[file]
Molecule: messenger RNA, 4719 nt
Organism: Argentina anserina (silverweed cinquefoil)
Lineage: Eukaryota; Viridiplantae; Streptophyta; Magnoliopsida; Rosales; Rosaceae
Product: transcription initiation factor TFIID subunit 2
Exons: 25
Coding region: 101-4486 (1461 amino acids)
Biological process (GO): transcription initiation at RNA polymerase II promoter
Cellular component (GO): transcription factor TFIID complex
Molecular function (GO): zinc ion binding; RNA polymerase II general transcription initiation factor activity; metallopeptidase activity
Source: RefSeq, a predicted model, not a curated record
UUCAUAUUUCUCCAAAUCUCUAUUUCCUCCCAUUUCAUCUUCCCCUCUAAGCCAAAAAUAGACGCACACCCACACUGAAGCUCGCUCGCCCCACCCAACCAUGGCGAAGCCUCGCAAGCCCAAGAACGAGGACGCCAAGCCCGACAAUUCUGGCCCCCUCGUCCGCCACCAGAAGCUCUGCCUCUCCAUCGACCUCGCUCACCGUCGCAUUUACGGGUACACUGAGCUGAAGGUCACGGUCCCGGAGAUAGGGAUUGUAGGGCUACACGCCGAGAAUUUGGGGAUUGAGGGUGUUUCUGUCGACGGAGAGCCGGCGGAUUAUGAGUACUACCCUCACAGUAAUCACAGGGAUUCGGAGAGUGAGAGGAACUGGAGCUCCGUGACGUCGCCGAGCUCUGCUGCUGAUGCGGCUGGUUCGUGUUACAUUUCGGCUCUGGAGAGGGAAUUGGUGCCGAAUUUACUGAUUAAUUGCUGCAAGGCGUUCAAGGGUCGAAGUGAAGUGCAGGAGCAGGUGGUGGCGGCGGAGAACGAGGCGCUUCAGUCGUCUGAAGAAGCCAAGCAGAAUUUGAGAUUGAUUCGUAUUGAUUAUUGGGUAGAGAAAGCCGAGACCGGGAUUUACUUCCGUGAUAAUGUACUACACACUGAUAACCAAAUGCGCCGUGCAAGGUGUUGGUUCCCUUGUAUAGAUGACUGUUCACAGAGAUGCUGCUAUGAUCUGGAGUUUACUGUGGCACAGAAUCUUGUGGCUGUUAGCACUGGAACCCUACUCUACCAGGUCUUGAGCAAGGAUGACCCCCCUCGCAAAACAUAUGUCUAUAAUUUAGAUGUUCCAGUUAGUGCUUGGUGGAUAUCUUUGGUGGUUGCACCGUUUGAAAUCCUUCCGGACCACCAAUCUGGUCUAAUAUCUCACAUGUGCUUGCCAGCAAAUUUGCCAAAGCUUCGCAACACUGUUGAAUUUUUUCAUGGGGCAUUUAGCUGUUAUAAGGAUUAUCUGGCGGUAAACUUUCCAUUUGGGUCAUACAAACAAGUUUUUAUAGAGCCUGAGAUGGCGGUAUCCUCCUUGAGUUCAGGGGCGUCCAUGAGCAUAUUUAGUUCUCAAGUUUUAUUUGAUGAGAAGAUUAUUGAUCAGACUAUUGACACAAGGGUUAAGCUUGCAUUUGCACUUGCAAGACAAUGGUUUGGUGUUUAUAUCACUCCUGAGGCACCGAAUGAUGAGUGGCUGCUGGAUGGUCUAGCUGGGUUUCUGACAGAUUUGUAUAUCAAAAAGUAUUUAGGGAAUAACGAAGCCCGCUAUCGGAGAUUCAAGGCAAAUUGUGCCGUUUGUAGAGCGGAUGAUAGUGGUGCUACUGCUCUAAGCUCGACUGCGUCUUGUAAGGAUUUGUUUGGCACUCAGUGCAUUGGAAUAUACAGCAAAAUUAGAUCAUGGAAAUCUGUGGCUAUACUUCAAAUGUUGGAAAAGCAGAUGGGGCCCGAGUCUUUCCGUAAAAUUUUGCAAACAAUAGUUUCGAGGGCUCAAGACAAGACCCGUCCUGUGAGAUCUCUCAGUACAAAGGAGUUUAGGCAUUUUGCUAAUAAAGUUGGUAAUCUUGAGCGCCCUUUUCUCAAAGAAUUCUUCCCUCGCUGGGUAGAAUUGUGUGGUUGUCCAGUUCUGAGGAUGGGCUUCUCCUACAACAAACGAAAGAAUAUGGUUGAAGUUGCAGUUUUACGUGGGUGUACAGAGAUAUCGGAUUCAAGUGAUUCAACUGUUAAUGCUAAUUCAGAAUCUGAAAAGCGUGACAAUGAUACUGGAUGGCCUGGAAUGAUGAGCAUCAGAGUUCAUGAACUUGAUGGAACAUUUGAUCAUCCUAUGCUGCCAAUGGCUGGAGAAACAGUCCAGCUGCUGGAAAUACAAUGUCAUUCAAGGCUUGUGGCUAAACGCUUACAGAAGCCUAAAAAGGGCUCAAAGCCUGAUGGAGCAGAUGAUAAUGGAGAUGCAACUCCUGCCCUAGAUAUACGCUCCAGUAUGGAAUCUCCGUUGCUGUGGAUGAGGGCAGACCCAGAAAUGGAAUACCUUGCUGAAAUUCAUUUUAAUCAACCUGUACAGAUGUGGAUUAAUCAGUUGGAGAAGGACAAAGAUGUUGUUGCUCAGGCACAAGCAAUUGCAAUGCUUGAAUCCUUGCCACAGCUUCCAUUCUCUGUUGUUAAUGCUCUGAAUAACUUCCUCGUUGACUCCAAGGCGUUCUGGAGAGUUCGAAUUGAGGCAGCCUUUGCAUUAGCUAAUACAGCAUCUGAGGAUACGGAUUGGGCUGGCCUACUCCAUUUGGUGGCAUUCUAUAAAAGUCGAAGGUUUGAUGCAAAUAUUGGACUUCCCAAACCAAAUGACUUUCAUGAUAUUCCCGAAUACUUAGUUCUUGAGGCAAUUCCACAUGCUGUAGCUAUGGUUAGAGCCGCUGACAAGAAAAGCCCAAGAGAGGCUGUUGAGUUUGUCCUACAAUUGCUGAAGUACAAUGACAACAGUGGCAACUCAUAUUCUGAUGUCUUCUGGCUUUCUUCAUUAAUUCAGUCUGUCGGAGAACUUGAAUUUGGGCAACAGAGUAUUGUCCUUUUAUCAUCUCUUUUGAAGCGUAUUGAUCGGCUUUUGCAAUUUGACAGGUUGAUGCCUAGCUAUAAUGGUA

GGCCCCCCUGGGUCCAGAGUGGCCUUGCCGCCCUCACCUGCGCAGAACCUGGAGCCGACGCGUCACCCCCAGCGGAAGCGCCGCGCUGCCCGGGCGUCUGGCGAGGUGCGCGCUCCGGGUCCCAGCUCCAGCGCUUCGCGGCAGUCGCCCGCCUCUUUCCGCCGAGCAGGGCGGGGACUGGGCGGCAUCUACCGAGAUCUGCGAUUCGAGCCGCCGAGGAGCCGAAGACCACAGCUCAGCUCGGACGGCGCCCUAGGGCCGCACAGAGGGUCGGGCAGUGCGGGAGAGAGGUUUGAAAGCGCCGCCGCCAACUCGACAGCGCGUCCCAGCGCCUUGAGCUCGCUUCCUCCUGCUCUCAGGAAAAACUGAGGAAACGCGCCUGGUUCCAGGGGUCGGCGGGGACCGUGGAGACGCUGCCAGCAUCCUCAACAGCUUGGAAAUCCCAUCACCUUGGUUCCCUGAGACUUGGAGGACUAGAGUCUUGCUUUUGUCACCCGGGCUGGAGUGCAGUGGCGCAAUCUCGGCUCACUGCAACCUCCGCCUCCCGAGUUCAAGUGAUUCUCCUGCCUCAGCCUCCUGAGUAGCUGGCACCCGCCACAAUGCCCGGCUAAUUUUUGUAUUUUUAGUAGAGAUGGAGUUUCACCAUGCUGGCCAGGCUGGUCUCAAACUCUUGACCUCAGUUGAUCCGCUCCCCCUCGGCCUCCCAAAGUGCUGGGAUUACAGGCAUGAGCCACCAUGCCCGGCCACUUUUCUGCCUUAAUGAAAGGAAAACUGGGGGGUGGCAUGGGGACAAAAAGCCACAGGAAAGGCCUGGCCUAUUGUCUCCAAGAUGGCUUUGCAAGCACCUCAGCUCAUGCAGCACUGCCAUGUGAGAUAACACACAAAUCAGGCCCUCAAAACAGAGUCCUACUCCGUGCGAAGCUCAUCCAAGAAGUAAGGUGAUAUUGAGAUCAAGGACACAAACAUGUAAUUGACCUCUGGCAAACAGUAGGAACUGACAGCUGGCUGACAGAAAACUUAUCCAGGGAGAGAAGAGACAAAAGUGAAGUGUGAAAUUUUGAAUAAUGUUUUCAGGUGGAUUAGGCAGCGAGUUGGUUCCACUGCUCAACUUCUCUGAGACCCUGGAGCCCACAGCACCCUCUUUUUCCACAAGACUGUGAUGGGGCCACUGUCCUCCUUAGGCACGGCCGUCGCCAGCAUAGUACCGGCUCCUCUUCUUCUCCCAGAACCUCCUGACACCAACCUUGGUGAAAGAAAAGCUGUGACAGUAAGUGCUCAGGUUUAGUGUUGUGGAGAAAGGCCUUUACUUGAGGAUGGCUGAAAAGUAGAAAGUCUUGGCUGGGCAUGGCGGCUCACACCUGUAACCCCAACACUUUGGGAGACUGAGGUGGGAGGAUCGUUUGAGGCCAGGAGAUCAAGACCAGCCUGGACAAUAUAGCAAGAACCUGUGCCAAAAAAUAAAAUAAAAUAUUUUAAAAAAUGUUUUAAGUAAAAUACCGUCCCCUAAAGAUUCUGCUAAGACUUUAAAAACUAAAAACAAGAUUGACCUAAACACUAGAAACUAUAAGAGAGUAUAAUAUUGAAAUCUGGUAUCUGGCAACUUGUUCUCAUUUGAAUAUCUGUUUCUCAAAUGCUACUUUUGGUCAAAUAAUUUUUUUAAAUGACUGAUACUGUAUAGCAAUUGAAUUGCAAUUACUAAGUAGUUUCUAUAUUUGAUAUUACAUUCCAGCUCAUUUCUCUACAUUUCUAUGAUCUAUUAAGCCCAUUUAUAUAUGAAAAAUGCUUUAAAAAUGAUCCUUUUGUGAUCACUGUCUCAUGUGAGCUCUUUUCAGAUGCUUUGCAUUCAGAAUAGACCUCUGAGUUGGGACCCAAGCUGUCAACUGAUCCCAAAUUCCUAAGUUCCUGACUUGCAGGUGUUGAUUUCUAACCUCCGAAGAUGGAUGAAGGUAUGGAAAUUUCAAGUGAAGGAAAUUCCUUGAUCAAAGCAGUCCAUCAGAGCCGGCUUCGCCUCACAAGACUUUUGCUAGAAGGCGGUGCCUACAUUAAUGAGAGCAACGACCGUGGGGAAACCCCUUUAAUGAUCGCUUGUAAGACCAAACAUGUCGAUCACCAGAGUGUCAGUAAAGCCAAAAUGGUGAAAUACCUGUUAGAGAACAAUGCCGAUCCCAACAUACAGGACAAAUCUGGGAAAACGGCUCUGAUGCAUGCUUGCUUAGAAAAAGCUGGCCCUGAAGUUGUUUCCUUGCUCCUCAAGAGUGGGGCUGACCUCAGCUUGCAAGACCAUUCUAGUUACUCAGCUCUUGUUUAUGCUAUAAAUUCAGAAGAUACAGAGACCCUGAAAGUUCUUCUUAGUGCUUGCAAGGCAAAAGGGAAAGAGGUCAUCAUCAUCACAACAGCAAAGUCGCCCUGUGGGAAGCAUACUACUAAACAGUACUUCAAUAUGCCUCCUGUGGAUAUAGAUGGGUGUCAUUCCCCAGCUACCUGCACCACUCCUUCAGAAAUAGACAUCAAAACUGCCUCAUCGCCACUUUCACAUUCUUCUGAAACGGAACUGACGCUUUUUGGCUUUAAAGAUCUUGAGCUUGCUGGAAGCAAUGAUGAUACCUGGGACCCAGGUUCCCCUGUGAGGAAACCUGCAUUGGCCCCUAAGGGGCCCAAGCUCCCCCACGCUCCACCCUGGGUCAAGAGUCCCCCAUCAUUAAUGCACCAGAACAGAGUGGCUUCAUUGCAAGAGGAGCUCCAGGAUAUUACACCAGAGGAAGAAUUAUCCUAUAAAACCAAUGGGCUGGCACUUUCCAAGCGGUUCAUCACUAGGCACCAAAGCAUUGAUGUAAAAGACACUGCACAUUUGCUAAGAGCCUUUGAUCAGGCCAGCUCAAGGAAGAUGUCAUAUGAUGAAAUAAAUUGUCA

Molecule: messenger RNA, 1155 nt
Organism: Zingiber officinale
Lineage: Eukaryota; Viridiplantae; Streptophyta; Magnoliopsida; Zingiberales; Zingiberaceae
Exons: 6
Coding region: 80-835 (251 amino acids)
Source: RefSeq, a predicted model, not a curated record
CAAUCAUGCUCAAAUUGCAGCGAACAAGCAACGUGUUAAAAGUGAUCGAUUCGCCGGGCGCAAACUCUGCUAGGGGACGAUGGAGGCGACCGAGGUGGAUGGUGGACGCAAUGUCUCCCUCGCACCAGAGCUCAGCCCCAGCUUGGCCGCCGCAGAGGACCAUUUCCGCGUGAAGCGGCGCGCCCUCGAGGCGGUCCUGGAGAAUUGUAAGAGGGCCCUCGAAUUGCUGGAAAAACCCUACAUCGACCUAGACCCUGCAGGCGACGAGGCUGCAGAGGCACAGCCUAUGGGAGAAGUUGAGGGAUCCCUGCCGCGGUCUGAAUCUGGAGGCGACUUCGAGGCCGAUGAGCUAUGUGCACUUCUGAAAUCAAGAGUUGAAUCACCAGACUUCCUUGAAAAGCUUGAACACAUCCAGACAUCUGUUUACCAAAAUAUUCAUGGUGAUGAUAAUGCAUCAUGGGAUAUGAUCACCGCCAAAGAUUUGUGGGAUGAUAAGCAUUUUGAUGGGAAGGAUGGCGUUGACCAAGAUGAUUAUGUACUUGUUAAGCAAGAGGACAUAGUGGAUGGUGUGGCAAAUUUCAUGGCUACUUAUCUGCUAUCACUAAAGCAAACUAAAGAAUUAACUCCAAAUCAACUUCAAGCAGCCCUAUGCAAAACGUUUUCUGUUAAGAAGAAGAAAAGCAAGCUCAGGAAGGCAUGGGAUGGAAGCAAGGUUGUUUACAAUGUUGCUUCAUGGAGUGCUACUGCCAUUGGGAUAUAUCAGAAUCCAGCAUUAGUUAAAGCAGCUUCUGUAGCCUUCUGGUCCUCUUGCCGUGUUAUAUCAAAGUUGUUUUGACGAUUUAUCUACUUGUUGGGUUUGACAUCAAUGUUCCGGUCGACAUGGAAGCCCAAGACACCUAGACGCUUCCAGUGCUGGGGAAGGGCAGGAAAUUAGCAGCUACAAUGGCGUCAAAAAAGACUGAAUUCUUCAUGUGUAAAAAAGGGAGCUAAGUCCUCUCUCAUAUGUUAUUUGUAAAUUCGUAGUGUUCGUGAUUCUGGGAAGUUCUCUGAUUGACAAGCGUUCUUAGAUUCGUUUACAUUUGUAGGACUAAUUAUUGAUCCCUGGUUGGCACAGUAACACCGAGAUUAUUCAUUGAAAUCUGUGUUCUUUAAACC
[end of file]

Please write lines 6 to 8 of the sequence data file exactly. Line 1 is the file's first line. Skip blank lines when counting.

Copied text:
Coding region: 101-4486 (1461 amino acids)
Biological process (GO): transcription initiation at RNA polymerase II promoter
Cellular component (GO): transcription factor TFIID complex